On page 43: 'In 1956, 400 out of 750 in Princeton's graduating class went into the military. In contrast, in 2004, 9 members of Princeton's graduating class entered the services, and they LED the Ivy League in numbers'. (emphasis added by me). Or as the authors note on page 30 a few pages back 'Privileged folks may be proud of the troops, but most contemporary men and women in uniform are strangers to the most influential segment of society. Mark Shields, syndicated columnist, former Marine, and PBS pundit, noted in a recent essay on this subject that 'probably nobody at any Washington dinner party tonight - liberal or conservative, Bush appointee or Democratic holdover-personally knows of any enlisted man or woman now defending the nation.' Not to long ago the sons of presidents, bankers, and oilmen regularly served. This was even true of powerful dynasties such as the Roosevelt's, the Kennedy's, the Sulzbergers (owners and publishers of the New York Times), and the Bushes. Now, however not one grandchild from those powerful dynasties serves'.
I was humbled and proud reading how Frank would visit Harlem and a jazz club where veterans from other wars played on a regular basis and how these gentle, class black men embraced Frank and took him under their wing. Likewise Frank reminds the reader of the sacrifices they made and the bigotry they endured, and that more patriotic men you wont find anywhere in America.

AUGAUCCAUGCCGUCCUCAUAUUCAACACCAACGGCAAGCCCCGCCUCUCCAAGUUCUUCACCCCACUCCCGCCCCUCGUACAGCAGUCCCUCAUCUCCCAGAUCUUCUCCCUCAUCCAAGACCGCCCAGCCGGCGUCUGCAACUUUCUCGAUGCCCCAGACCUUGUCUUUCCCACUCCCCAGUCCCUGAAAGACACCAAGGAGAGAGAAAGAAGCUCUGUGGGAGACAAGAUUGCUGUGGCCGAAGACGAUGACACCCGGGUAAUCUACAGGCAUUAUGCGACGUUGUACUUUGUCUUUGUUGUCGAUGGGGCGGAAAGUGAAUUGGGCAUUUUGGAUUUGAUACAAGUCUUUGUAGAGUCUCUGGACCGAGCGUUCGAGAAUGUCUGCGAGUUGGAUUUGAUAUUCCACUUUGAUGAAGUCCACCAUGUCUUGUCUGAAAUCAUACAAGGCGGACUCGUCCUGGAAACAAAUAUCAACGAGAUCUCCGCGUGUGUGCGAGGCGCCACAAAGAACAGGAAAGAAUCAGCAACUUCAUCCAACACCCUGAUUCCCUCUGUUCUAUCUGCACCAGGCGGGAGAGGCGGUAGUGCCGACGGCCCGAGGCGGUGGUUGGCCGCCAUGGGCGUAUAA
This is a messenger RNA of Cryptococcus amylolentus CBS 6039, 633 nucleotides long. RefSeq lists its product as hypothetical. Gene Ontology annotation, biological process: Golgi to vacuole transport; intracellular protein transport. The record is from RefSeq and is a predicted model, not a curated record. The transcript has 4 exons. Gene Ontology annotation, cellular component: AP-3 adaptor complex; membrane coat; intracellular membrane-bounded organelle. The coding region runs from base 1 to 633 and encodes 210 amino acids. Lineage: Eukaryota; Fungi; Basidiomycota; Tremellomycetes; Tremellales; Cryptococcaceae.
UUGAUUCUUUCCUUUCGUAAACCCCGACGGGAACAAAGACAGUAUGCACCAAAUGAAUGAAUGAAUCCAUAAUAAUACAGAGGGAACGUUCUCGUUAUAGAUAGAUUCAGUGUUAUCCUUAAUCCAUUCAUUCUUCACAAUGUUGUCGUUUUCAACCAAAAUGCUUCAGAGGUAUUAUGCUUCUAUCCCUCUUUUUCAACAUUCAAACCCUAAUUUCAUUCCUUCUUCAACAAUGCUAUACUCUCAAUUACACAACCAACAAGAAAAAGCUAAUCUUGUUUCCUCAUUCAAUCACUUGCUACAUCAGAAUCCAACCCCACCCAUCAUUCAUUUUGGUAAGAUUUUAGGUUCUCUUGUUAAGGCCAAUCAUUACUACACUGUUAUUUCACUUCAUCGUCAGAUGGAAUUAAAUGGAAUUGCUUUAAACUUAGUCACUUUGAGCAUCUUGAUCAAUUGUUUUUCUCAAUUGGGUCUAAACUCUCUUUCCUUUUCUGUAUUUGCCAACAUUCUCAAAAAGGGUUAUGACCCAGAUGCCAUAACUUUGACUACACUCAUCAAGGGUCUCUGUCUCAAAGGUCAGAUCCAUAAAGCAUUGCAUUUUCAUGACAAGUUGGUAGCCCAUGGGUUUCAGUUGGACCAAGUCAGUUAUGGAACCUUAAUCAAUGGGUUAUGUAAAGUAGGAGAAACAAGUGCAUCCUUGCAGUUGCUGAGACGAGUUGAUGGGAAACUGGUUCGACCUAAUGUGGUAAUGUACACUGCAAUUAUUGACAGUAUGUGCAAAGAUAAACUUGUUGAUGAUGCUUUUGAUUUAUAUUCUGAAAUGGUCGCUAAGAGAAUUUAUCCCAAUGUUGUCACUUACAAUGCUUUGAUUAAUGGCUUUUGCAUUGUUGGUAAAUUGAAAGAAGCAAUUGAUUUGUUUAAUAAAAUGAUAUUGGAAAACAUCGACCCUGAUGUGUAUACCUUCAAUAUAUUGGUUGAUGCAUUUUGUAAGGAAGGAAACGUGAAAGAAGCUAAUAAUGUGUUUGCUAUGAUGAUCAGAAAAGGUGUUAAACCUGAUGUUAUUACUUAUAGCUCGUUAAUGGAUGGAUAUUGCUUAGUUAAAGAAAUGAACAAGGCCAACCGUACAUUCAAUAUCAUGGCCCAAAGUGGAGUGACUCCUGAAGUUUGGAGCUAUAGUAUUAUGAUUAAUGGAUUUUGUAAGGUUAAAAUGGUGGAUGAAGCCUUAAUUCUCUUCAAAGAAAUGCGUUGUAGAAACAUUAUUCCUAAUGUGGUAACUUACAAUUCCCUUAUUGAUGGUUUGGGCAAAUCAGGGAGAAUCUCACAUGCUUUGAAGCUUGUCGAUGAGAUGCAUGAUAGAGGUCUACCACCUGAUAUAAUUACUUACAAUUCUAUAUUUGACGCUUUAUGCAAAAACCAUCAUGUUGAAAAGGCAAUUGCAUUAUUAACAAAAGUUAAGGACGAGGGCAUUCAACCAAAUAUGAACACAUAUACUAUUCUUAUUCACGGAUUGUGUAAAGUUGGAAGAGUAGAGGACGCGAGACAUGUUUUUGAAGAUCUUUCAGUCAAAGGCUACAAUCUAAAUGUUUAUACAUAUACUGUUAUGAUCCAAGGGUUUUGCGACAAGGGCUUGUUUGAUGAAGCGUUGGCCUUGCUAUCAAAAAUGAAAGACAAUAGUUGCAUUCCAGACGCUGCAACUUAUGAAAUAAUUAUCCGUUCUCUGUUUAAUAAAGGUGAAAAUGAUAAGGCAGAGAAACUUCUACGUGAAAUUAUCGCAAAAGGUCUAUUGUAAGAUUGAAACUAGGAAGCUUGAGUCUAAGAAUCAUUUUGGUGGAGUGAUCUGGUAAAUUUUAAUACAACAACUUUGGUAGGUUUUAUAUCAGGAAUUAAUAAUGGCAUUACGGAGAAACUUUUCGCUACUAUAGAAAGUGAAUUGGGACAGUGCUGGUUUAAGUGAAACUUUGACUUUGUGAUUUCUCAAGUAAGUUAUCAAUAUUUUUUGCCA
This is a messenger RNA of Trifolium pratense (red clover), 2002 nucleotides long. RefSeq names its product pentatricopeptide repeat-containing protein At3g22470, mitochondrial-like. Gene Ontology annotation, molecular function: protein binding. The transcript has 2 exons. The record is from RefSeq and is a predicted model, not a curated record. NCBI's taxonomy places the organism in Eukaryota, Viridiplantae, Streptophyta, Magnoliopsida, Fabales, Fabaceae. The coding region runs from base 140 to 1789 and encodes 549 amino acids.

Beginning on page 224 the authors offer some excellent ideas on how we can make the volunteer military more fair and equal so that more upper class or privileged kids will have to join. Like Reform current military recruiting and personnel policy. Change Federal student aid and introduce a tax credit. 'The current system of federal financial aid grew out of the G I Bill but now, as Charles Moskos has pointed out, it is a 'GI Bill without the Gi'. He proposes reinstating its original intent as a vehicle for rewarding veterans for their service and making federal financial aid contingent on providing some service to your country'. YES!!!!!
Scale up the Army citizen - Soldier Option. Create a National Service Lottery. I so agree, because we are or have become a nation of citizens who think they are entitled to so much, but are never required to give anything back. Universal service - Military and National Service. Again I agree 100%. As the author quotes 'Universal service could provide some much needed 'social glue' to an embattled American society that is growing increasingly diverse - by race, national origin, and religious preference - where many young Americans from well to do families grow up and go to school hermetically sealed social environments...'. Universal Service II Manning the HomeFront and Policing Abroad, which would required a draft, not for combat soldiers, but for noncombat positions and to address the increased needs on the homefront that emerge from the War on Terror (page 227).
Alas this book couldn't have come at a better time. And I end by adding, that I live in Amador County in California a nice drive southwest of Lake Tahoe, where the voter turn out for the state, ranks us #1, #2 sometimes. Most homes fly a flag, most cars have 'Support the Troops' yellow magnetic ribbons on them. But a lot of vehicles also have stickers that denote sons, daughters, husbands, wives, brothers, sisters now serving in some branch of the military. Contrast that to a two hour drive west to the bay area where you see little of what we see.
Ironcially I have most of the books Frank Schaeffers Father had written and I had assumed that being conservative, and Christian that the family would have been gungho for anything patriotic, including military service and have to admit I was a tad surprised to read that Frank was so taken aback, yet would become so profoundly proud of his son John, and with good reason.